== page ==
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Workplace like second home. Poles have the longest working hours in Europe

Workplace like second home. Poles have the longest working hours in Europe

Image source: © canva
Marta Grzeszczuk,
17.11.2023 14:30

Economist Michał Możdżeń published data on the working time of individual nations in Europe. Polish women and men are the most hard-working people in Europe.

On November 6 Michał Możdzeń from the Cracow University of Economics published an analysis of working time in Europe. He based his calculations on the data sourced from AMECO. This is a macro-economic database consisting information on the labour market collected by the European Commission.

Polish women and men have the longest working hours

Możdżeń's analysis shows that Polish women and men spend more than 2,000 hours a year at work. This is more than any other nation in Europe. What is more, even after reducing this time by 20%, i.e. after, for example, the introduction of the 4-day working week, Poland would still be closer to the top than France, the Netherlands, and Germany, among others, exceeding the European average.

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There have been comments that one of the reasons for this situation is the low popularity of part-time work in our country. But Możdżeń replied that even residents of Lithuania, Romania or Bulgaria, where equally few people work part-time, are less busy than Poles.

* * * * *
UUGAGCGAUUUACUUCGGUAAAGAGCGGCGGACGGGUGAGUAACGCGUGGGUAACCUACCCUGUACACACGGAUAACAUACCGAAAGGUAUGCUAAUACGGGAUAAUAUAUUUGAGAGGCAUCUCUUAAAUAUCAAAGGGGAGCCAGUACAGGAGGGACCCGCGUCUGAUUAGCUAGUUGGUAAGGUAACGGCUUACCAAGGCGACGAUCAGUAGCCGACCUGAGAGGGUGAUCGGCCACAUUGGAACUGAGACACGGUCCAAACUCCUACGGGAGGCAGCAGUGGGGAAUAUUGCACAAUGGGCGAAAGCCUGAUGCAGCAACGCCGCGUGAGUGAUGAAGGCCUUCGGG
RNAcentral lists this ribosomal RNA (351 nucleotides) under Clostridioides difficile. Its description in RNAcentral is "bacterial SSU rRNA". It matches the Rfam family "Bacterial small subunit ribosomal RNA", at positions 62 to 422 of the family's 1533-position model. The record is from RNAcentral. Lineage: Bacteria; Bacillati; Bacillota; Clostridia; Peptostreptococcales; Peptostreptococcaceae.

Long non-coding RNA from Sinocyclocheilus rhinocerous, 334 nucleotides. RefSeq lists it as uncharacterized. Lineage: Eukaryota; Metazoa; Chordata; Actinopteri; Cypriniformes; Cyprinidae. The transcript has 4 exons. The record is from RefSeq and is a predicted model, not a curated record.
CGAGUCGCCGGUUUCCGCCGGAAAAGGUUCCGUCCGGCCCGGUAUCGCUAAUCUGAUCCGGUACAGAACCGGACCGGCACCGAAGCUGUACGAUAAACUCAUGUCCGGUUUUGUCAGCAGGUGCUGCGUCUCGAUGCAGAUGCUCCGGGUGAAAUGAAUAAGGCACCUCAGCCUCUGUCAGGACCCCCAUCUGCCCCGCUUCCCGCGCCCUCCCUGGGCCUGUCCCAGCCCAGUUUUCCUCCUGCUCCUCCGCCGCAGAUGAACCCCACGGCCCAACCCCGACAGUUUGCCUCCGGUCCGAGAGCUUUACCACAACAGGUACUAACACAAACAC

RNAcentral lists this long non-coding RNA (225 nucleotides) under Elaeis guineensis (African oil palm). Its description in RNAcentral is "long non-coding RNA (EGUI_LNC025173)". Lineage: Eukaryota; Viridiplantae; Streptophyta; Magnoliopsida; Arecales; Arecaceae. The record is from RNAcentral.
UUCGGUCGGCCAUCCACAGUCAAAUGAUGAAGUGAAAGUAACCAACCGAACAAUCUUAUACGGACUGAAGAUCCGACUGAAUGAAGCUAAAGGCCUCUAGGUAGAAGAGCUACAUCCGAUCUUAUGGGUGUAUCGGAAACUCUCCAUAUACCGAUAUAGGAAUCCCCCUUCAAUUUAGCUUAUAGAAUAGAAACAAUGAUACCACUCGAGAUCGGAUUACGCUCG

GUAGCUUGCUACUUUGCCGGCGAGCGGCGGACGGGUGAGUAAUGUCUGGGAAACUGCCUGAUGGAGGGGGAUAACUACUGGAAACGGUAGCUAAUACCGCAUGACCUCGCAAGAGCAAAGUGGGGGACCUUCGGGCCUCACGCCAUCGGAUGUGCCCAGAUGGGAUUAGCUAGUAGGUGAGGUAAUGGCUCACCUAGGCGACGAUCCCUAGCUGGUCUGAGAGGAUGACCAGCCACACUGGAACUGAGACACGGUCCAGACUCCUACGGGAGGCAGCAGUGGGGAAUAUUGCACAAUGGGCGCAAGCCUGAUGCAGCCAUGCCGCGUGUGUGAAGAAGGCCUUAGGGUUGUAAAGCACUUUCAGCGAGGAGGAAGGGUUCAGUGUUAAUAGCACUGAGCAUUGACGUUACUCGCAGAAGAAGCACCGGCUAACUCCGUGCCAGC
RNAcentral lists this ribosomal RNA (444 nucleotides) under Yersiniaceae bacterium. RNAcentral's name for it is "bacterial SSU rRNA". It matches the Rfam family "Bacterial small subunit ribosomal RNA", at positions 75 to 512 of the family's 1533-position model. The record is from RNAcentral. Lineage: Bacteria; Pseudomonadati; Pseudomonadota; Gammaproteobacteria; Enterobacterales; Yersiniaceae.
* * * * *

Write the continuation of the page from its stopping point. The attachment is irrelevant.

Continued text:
Asked about the reasons for such a high number of hours worked, Możdzeń pointed to overtime, many self-employed people and not using paid vacation days. "Maybe before introducing a 4-day working week, it would be nice if someone introduced an 8-hour working day in Poland?" ironically commented one person.

The phrase "People don't want to work" does not describe reality in Poland

The comments also included statements from "labour market experts" arguing that "people don’t want to work" and that "the government should find a way to encourage them to".

One of X users responded: "We have the lowest unemployment rate in history at the moment. Who else do you want to inspire? Old people and pre-schoolers?" Indeed, unemployment rate in the second quarter of 2023 was only 2.6%.

The narrative of huge numbers of people living at the state's expense holds very well in Poland, despite the fact that it has no grounding in reality. It is all the more difficult to understand that attempts to survive just on the benefits available in our country do not mean that people receiving them live in luxury. According to data provided by Możdżeń, Polish women and men work the most among all Europeans.

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